Common Q and As on Spas

 
           
   

1.  What is the difference between a hot tub and a spa?
 
Hot tub
is the name originally given to the earliest tubs that were round, made of wood, and located outdoors.  Today it is often used interchangeably with the terms "spa".

A spa is generally made of a plastic shell with a surrounding cabinet made of wood or synthetic materials. It can be installed above ground or at ground-level, indoor or outdoor.

A portable hot tub or spa describes a unit that is pre-assembled and sits above ground. Its actual size and features may vary widely - from small portable units that weigh only a few hundred pounds and plug into a household outlet - to large tubs that weigh several thousand pounds and require specific installation methods and electrical wiring.

Although wooden hot tubs were the most common type of unit in the 1970s, one-piece plastic spas are now the most popular type since they are less expensive to manufacture, easier to install and maintain, and much more energy efficient.

2.  What does a spa consist of?  How does it work?

One-piece spas are formed as a single unit with shapes that provide a variety of seating arrangements within the tub. Each integral seat is often equipped with one or more water jets that allows water to be directed at parts of the body. The water flow may be aerated for additional effect.  And some or all of the jets may automatically move or rotate, providing a massage-like experience.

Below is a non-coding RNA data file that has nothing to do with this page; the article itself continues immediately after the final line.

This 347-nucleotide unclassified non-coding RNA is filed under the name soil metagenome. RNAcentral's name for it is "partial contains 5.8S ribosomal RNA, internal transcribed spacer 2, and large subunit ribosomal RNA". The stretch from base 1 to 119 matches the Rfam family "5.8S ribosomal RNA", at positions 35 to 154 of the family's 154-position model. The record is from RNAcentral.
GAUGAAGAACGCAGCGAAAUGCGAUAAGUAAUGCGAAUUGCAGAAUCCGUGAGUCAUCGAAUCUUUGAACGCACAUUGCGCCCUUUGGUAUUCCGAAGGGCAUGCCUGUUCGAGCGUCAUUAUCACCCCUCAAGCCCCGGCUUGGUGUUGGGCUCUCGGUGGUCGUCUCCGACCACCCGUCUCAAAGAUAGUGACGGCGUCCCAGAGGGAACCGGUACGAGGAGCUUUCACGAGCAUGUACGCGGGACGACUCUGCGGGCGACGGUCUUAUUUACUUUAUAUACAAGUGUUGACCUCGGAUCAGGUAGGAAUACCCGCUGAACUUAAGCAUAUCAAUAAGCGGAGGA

3.  What kind of plumbing system does a spa require?

The plumbing of a spa consists of several distinct systems:

  • A pressure system delivering water to the jets
  • A suction system to return water to the pumps
  • A filtration system to clean the water
  • Induced or forced air system to provide a "bubbly"
            massage effect
  • An ozone system to sanitize and purify water
 

4.  How do I keep the spa clean and sanitary?

Water sanitization is very important in spas, as many organisms thrive in a warm, wet environment. In addition to the use of a pump and filtration system, bromine, chlorine or mineral sanitizers are almost always used as a primary sanitizer. Many spas are often supplemented with an ozone generator, UV sterilization, or silver and copper ion generator for further protection.


Also, we highly recommend buying a copy of "Spaaaaaahhh!" - the best source for spa maintenance that we have ever found. The clear and concise section on terminology alone is worth its weight in gold.

 

5.  What about heat loss or energy efficiency?

Effective insulation greatly improves the energy efficiency of a spa. Some manufacturers fill the entire cabinet with foam, while others insulate the underside of the shell, the inside of the cabinet, or both. Moreover, use of a spa cover with even a small insulating value can achieve as much as a 75% reduction in heating costs as opposed to leaving the water surface exposed.

 
 
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